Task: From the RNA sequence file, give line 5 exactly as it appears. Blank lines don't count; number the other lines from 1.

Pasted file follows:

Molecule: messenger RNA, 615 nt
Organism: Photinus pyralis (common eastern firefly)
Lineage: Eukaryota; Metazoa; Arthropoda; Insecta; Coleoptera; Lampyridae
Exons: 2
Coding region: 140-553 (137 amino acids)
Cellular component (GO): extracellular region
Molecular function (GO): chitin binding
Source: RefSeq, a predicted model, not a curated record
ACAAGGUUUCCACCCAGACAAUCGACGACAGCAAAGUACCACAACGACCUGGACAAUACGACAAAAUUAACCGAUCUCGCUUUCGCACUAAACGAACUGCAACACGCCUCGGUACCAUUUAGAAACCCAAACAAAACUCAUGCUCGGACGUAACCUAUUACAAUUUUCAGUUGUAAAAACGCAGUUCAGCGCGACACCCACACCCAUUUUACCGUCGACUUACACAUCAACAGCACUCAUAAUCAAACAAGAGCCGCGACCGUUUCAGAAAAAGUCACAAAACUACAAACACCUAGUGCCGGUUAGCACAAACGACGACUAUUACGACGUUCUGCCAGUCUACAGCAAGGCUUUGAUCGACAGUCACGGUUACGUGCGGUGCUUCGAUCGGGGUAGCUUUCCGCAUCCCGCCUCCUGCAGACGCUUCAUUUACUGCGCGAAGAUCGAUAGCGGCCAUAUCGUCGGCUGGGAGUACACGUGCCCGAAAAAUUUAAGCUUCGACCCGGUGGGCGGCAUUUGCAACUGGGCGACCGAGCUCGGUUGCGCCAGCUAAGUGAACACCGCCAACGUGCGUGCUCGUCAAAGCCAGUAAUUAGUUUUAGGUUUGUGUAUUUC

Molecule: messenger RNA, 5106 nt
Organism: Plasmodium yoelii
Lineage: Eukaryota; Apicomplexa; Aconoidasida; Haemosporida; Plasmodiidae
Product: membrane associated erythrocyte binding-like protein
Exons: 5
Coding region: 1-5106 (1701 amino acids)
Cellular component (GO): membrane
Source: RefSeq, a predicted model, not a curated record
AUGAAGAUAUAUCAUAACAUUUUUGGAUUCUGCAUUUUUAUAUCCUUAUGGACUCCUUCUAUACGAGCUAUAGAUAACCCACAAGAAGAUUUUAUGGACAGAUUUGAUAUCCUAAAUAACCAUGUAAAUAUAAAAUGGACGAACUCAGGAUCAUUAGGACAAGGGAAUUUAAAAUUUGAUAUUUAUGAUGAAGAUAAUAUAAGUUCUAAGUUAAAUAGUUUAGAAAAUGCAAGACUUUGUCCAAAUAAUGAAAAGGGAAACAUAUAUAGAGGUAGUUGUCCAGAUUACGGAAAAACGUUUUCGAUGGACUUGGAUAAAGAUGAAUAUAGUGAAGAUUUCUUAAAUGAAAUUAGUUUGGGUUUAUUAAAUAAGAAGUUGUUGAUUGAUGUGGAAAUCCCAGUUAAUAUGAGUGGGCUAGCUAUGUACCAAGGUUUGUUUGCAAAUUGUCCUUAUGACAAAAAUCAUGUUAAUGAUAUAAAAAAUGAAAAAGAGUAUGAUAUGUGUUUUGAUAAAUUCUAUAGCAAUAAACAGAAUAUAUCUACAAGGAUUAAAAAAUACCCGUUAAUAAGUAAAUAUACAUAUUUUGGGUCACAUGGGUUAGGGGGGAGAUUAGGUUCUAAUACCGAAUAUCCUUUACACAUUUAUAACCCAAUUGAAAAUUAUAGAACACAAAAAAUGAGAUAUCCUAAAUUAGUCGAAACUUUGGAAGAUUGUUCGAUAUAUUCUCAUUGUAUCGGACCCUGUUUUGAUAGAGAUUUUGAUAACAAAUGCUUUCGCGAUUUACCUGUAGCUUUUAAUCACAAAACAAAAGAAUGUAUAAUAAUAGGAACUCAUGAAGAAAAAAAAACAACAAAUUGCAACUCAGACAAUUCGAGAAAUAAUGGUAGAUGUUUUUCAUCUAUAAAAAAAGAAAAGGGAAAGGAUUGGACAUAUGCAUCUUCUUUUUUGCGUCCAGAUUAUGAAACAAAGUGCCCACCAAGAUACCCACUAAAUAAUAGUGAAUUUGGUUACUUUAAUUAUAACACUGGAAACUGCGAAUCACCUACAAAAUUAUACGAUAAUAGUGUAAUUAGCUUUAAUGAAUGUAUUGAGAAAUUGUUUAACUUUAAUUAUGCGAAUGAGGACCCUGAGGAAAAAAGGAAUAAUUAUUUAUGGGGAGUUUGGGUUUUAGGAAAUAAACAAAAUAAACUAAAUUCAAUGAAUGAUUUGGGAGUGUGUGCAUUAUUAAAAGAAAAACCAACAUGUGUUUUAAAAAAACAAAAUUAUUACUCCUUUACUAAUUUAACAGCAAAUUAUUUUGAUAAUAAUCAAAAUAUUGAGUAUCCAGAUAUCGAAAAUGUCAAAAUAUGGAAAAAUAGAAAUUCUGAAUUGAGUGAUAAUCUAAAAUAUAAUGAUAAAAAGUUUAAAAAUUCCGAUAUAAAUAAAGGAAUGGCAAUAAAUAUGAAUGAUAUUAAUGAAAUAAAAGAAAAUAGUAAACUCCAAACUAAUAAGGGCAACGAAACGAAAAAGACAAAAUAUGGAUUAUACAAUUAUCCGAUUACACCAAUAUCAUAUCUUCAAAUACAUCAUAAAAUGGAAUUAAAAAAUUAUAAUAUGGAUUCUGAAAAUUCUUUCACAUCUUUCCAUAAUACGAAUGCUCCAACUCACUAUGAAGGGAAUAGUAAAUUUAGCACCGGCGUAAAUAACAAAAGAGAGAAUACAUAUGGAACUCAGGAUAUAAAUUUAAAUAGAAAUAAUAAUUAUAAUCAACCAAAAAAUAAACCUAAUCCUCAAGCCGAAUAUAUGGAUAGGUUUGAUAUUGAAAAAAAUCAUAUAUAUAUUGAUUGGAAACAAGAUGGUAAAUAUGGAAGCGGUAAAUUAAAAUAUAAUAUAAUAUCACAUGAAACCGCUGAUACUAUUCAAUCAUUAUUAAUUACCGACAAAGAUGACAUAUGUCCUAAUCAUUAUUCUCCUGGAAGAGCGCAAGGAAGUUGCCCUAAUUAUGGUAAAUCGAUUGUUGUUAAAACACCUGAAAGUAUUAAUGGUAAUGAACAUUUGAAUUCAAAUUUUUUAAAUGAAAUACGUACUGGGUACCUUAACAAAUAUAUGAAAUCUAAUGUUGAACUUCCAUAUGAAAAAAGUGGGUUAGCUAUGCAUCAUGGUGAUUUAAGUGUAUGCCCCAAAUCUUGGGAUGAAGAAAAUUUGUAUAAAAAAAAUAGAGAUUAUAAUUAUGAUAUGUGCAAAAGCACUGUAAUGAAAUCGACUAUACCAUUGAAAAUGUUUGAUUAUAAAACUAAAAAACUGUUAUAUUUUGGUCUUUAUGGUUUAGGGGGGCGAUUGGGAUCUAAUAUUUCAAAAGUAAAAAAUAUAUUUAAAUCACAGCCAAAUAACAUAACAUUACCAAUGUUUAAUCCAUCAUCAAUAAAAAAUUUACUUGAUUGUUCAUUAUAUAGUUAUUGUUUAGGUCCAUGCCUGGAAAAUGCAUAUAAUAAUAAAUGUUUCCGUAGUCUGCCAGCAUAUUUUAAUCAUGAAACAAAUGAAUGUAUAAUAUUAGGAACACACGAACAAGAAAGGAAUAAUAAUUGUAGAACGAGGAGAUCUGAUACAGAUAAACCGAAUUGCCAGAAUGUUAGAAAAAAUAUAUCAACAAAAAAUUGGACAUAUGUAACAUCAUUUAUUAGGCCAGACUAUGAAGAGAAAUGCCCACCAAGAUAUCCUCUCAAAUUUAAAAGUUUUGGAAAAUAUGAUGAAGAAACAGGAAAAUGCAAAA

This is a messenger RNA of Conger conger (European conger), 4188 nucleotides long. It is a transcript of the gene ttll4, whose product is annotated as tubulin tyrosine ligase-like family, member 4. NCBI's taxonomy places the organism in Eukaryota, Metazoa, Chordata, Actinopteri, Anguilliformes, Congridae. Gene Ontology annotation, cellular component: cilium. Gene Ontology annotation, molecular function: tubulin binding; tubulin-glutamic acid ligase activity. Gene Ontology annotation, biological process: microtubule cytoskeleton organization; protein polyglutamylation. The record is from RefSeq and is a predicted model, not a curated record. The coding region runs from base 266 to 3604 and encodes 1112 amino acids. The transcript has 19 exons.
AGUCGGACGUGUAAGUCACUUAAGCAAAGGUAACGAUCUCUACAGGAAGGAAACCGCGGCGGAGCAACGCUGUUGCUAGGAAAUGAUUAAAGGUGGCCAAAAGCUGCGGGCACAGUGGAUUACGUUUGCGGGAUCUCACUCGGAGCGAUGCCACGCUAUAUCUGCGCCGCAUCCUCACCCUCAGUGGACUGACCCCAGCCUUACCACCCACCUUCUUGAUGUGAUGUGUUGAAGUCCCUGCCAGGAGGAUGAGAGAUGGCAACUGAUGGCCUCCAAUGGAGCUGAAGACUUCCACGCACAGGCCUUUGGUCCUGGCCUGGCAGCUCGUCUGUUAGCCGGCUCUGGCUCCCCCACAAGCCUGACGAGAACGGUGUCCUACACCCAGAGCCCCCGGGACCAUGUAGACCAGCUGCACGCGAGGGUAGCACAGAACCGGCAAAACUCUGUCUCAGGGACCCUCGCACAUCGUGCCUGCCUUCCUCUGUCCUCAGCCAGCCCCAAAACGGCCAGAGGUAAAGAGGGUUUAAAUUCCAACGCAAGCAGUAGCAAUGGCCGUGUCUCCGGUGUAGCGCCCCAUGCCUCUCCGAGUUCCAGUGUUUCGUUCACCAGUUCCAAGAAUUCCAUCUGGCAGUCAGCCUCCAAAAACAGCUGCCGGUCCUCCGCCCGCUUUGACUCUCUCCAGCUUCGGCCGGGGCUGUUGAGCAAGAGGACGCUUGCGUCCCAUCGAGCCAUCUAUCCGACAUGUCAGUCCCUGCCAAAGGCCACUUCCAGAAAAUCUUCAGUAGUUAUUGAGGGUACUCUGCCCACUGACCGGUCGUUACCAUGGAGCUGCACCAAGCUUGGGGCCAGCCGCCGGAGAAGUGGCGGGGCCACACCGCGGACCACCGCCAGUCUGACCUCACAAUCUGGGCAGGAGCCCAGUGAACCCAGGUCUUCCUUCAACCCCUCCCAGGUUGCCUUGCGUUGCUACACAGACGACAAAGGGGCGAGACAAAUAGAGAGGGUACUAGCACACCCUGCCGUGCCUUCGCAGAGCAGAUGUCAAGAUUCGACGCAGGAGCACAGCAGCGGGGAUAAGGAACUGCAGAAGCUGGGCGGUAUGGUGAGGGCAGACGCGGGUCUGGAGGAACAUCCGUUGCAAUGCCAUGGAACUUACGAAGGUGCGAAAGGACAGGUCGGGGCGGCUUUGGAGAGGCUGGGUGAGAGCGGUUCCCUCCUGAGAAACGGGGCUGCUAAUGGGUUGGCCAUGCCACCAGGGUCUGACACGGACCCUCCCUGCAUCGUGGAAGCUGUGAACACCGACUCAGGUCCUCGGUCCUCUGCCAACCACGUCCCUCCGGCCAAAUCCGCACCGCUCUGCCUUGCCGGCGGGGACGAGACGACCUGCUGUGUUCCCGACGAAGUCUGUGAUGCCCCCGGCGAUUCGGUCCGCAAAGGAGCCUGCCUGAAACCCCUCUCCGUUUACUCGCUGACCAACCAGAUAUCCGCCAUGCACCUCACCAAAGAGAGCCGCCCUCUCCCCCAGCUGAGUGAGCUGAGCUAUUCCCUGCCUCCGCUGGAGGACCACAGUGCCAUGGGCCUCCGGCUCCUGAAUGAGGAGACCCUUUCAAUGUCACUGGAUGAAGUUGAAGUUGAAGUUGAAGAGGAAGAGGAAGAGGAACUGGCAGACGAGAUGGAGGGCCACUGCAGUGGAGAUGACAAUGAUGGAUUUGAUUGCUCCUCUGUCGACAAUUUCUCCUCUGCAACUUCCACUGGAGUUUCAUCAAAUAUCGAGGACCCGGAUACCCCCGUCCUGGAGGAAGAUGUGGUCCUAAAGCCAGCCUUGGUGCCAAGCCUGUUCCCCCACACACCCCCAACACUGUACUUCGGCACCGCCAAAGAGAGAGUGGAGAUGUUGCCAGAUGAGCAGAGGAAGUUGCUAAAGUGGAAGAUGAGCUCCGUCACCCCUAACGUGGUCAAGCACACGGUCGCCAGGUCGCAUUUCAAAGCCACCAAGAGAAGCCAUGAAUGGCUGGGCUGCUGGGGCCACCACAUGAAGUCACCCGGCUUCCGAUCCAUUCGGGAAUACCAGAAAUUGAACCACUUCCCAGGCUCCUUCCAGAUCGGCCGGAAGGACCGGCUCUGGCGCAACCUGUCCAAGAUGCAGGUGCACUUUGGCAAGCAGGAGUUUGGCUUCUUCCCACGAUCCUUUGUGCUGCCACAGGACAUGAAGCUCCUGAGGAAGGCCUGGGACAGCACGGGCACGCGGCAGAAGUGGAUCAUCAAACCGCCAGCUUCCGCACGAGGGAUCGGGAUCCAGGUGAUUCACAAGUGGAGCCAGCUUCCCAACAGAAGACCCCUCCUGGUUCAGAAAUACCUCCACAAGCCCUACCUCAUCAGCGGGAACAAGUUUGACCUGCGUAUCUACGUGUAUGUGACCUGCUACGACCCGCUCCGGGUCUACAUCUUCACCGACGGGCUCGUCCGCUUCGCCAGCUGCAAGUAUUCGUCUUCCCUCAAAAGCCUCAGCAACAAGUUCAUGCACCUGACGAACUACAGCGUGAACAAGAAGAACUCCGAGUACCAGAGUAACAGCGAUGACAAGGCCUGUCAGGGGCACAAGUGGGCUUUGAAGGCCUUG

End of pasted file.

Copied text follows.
Coding region: 140-553 (137 amino acids)